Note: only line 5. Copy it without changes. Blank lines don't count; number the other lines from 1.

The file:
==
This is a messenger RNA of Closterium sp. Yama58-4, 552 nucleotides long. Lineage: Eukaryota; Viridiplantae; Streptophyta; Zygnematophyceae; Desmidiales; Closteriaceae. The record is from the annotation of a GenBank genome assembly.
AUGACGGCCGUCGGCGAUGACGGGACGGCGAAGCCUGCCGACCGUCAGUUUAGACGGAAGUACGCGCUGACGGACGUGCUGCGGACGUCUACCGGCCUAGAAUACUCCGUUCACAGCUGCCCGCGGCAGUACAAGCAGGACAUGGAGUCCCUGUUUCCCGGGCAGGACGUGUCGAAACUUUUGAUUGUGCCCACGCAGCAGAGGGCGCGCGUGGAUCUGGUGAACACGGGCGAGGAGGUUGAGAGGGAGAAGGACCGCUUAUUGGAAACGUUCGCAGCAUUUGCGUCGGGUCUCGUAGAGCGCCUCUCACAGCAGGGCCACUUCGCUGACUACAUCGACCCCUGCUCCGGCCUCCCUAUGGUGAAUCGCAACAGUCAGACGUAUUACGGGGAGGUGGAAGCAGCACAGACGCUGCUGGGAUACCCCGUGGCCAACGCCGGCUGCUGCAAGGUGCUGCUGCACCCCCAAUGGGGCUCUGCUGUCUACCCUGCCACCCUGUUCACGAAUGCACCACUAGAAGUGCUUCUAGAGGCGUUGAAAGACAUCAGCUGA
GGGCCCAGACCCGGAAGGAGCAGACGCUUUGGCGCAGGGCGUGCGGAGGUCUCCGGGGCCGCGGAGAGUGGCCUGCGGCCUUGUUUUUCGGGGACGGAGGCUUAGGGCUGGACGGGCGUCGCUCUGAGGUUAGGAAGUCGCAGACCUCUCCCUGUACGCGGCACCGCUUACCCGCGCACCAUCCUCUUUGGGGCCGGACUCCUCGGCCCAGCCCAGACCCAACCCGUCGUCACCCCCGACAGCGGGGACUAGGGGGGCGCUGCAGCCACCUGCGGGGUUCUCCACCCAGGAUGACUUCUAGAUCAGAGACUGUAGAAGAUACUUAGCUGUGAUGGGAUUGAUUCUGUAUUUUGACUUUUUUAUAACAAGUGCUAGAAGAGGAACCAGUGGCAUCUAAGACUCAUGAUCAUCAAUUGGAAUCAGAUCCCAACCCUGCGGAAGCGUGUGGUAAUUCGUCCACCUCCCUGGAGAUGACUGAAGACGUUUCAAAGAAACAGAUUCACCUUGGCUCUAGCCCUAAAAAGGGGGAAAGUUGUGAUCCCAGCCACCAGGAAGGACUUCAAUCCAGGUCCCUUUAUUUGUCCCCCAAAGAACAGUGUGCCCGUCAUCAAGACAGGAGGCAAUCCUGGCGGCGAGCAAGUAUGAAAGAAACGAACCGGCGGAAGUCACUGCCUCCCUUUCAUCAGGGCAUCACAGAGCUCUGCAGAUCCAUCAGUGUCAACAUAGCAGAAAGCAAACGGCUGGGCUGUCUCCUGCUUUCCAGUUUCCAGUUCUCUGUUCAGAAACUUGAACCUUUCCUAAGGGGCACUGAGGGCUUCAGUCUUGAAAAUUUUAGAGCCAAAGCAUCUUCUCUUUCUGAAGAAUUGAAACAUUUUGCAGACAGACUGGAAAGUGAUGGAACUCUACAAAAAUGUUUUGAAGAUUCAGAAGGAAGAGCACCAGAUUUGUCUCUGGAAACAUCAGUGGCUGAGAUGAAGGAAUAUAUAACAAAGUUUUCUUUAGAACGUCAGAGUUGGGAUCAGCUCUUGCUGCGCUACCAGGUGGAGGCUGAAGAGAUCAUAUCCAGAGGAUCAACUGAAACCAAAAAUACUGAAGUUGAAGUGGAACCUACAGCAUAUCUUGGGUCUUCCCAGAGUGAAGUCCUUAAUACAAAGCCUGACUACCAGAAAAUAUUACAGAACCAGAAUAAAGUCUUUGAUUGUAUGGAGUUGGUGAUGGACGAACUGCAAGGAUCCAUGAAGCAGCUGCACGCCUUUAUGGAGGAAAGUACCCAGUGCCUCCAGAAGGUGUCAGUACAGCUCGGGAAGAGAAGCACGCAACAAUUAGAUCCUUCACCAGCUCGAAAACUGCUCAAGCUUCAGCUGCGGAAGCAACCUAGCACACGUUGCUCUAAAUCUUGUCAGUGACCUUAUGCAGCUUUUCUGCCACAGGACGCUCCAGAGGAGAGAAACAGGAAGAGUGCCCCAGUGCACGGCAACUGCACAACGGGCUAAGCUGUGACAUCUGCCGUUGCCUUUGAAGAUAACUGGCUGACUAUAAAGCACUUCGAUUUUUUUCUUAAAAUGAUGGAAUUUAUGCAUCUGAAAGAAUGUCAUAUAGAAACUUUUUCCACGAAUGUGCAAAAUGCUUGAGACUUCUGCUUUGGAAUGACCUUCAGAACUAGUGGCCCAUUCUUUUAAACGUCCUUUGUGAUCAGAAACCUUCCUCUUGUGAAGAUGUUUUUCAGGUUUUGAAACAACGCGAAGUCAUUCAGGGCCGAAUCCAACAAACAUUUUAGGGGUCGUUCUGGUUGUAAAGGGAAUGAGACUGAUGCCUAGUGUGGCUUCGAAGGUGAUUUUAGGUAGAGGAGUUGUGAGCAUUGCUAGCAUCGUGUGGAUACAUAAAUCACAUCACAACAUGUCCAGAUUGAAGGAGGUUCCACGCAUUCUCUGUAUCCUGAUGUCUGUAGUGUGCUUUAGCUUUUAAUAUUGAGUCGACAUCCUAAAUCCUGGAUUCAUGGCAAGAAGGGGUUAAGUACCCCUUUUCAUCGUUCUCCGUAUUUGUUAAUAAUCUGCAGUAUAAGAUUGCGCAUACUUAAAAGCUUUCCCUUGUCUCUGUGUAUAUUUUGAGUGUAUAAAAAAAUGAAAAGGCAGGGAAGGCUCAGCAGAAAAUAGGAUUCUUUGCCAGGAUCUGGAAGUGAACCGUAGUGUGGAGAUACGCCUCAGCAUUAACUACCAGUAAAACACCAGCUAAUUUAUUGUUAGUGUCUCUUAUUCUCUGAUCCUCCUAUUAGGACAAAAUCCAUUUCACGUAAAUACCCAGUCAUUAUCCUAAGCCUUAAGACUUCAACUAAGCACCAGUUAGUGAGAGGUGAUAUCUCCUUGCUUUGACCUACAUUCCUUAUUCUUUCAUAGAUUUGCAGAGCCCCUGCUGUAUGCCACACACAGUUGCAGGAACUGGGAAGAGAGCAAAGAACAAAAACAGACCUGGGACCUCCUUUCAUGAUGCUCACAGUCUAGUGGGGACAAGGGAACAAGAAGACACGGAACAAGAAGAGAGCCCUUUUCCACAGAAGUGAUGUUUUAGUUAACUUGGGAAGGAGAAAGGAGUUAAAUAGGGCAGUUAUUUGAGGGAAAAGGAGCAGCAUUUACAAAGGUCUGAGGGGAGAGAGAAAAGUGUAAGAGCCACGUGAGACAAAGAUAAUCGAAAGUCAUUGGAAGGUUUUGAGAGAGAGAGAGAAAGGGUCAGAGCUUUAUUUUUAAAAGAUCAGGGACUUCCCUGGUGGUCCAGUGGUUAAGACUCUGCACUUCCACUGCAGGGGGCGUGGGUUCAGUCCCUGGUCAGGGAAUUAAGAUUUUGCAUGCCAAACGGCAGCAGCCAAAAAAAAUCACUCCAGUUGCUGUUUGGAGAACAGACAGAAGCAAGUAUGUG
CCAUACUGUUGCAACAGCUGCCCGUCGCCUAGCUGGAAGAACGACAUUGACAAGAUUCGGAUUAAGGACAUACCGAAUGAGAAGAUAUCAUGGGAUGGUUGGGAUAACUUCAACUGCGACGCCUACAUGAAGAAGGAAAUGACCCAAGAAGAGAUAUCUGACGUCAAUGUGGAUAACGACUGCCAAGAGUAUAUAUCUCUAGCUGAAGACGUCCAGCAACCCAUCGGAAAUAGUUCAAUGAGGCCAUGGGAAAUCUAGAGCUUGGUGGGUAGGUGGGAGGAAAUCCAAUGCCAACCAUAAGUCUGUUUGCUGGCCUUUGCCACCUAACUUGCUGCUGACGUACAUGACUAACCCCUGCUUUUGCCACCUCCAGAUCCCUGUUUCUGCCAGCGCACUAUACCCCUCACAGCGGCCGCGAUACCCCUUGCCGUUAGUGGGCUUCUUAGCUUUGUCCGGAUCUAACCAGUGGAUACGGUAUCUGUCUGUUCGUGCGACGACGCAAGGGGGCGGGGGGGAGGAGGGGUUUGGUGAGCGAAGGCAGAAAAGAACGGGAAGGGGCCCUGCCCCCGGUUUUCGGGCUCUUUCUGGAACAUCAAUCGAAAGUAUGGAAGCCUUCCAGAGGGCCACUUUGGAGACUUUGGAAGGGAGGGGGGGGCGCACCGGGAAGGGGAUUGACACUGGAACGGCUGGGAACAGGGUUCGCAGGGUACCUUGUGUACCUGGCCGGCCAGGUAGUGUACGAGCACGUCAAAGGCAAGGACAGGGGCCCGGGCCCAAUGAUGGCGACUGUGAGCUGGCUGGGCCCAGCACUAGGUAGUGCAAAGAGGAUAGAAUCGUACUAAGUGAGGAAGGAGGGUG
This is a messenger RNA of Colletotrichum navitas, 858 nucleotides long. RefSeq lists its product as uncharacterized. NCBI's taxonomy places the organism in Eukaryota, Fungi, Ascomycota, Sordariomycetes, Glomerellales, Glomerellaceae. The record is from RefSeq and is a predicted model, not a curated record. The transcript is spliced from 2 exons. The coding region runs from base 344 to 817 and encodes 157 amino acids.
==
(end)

This is a messenger RNA of Colletotrichum navitas, 858 nucleotides long. RefSeq lists its product as uncharacterized. NCBI's taxonomy places the organism in Eukaryota, Fungi, Ascomycota, Sordariomycetes, Glomerellales, Glomerellaceae. The record is from RefSeq and is a predicted model, not a curated record. The transcript is spliced from 2 exons. The coding region runs from base 344 to 817 and encodes 157 amino acids.